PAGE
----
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Pauline's Fantasy Reviews

Reviews of fantasy books, plus some mystery, sci-fi and literary works, and my random thoughts on book-related matters.

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Dragon Queen (The Memory of Flames, #5)
Stephen Deas
The Splintered Eye (The War of Memory Cycle #2)
H. Anthe Davis, Erica Dakin

Reviver: A Novel

Reviver: A Novel - Seth Patrick Fantasy Review Barn

Such a tricky one to categorise: a real genre-bender. There are shades of sci-fi, but it’s a flimsy connection - no squids in space and it’s (more or less) present day. It might be called fantasy, but there are no truly fantastical elements like magic or dragons or demons. It’s sorta, kinda paranormal - yes, let’s go with that. A paranormal police procedural action thriller...

This is a fascinating premise: certain people have the ability to revive the recently dead and talk to them. The effects only last a short time, but it's enough to allow loved ones the opportunity to say goodbye, or to allow a murder victim to name their killer. The hero here, Jonah, is one such reviver, working with the police to catch villains or, in some cases, to exonerate the most likely suspect. It sounds all good, right? But of course, there's a catch. The act of revival takes a toll, mentally and physically, on those performing it, and sometimes strange things happen. Cue dramatic music...

This is a real curate's egg of a book. Some parts, especially the actual revivals, are absolutely terrific - emotionally engaging, dramatic and oh so spooky, and quite unpredictable (to me, anyway). Other parts I found a total drag. After a great opening chapter, the author feels the need to dump the entire backstory of revivals, and various characters, on our heads. This means, sometimes, entire chapters of dry exposition. Sorry, but I just don't need to know that much, and definitely not all in one go. If parts of the backstory are relevant to the here and now, then dribble it out in small quantities at an appropriate time.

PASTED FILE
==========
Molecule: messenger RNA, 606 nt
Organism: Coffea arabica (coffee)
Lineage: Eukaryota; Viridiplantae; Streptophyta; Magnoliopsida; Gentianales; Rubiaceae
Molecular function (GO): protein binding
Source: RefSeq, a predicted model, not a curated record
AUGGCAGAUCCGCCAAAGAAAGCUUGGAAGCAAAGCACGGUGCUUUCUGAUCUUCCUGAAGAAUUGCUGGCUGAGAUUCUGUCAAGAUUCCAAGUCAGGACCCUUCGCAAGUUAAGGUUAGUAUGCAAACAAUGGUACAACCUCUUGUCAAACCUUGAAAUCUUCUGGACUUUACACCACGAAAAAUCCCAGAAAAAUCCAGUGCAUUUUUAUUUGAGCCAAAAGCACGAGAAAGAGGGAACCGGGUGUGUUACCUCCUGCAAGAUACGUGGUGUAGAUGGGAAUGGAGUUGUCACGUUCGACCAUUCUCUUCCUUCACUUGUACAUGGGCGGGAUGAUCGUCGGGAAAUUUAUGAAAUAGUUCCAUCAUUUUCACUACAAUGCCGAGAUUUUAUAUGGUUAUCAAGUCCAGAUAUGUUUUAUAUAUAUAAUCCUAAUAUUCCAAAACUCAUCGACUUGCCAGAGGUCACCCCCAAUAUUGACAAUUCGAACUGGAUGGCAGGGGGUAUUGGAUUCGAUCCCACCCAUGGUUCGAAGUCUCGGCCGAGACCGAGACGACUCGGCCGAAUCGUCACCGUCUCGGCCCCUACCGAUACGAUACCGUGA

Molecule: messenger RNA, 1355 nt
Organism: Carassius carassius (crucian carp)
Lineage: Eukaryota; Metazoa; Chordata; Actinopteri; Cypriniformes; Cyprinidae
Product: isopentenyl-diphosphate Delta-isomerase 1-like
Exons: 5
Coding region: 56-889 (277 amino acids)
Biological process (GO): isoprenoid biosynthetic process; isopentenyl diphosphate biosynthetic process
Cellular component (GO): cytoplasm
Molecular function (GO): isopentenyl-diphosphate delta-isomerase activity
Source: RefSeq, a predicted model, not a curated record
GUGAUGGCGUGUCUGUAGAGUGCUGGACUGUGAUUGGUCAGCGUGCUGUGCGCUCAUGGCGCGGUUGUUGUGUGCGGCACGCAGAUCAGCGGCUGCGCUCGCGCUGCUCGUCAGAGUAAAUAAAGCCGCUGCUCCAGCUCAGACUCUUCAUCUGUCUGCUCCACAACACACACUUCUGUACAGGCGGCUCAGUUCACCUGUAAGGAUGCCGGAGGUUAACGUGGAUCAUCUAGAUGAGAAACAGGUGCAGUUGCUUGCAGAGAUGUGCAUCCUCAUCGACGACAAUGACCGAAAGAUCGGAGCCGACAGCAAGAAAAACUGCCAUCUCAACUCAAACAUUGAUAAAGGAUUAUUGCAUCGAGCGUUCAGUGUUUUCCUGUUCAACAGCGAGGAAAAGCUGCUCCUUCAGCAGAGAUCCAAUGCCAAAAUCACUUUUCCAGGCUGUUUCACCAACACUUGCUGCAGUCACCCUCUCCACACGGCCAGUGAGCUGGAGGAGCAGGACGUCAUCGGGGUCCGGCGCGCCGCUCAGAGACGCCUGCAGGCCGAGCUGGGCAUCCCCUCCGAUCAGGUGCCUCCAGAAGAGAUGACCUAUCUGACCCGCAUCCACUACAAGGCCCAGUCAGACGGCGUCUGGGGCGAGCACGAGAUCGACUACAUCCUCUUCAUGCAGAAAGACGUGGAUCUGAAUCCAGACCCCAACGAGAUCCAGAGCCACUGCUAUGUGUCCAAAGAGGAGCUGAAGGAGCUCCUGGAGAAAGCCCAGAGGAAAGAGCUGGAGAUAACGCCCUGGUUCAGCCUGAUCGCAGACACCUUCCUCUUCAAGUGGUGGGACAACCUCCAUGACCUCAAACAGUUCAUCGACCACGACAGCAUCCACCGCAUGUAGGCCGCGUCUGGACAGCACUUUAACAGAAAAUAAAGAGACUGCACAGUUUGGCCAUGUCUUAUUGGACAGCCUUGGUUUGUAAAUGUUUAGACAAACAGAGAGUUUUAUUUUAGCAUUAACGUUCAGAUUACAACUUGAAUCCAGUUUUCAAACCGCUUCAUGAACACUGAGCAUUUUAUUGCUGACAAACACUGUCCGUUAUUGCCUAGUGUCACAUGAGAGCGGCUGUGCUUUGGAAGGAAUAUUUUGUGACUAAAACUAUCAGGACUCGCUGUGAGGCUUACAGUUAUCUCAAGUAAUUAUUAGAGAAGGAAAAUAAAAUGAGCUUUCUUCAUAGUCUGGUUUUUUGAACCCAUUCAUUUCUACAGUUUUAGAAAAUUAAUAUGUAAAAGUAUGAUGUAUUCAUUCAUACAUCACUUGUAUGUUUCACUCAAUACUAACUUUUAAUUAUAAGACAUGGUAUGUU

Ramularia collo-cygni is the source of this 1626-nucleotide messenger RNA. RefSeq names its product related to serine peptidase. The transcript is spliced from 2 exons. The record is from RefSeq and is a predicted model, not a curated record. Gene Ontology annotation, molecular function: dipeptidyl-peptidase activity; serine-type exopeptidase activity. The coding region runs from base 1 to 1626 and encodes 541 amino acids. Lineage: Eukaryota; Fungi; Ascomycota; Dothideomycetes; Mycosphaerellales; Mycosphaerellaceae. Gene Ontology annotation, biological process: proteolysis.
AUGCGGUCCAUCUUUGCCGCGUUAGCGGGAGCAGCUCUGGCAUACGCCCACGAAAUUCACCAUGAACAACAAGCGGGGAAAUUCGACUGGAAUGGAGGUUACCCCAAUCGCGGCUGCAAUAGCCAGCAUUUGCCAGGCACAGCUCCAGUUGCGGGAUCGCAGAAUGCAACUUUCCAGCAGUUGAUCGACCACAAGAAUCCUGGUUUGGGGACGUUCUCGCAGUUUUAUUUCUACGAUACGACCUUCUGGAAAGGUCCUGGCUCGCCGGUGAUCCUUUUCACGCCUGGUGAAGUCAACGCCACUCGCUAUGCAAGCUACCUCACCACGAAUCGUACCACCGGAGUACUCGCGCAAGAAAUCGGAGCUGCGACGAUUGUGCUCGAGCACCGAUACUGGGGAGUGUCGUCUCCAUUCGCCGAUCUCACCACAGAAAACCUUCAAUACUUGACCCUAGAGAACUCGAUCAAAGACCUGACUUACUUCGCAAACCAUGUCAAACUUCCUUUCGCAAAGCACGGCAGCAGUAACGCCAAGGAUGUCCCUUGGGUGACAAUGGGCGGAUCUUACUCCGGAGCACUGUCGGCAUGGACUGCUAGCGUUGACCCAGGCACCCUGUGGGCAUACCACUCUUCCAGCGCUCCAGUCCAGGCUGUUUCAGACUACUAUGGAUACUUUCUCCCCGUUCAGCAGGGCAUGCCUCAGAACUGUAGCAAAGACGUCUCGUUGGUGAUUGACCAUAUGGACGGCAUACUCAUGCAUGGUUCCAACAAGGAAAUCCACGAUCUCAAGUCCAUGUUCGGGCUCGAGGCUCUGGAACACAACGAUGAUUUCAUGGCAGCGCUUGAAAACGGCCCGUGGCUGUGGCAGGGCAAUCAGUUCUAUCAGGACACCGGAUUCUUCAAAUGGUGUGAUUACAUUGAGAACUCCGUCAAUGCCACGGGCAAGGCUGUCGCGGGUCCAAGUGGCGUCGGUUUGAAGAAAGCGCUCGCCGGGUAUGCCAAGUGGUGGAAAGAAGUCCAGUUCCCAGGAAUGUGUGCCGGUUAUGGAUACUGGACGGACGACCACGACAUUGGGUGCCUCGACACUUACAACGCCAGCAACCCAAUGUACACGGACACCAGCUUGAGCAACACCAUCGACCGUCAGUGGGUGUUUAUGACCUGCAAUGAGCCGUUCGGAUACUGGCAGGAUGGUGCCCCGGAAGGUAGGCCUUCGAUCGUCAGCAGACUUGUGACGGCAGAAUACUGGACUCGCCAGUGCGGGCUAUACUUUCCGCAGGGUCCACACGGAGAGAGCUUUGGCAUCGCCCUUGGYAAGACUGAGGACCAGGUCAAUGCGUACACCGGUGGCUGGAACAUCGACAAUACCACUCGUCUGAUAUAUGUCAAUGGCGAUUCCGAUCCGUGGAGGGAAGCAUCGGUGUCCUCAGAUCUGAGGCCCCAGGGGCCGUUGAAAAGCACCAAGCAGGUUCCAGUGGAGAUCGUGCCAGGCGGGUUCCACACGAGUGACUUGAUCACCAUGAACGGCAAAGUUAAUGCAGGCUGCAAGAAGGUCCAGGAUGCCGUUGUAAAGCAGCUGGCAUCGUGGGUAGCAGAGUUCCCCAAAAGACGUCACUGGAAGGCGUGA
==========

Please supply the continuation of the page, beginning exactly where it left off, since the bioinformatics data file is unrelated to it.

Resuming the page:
The characters - well, the author has tried his damnedest to give everyone a suitably affecting background so as to make them sympathetic, and to some extent that works because it's relevant to the story. Jonah's history, for instance, led directly to his becoming a reviver, and moreover a certain type of reviver which becomes crucial later in the story (not wanting to give too much away here), so I can accept that. But somehow it never quite worked for me. I never really cared much about any of them. The main problem, though, is way too many characters. There must be dozens of named characters here, and I just can't keep that many straight in my head. Towards the end, several dramatic reappearances were spoiled for me because I was saying: who?

Towards the end, the plot devolves into standard formulaic thriller territory. You know the sort of thing: people suddenly turn up waving weapons of one sort or another, or behaving in increasingly extreme ways, culminating in the giant oh-my-god-we're-all-going-to-die palaver that goes on and on, getting increasingly over the top. And of course, people inevitably stop to explain things to each other, or rush back into the burning building/line of fire/whatever to rescue people they don't even like very much. Unbelievably silly, in fact. I know it's pretty much what everyone expects from this kind of story, but personally I'd much rather the characters behaved sensibly and stayed within their realm of expertise.

Overall, an intriguing premise ripe with possibilities which the author explores quite thoroughly, let down by too much exposition and a way too melodramatic and long-drawn-out finale for my taste. Recommended for fans of all-action high-adrenalin summer-blockbuster-style drama, with a little horror thrown in. Four stars for the spine-chilling revivals, two stars for the info-dumps and three stars for the ending, averaging out at three stars.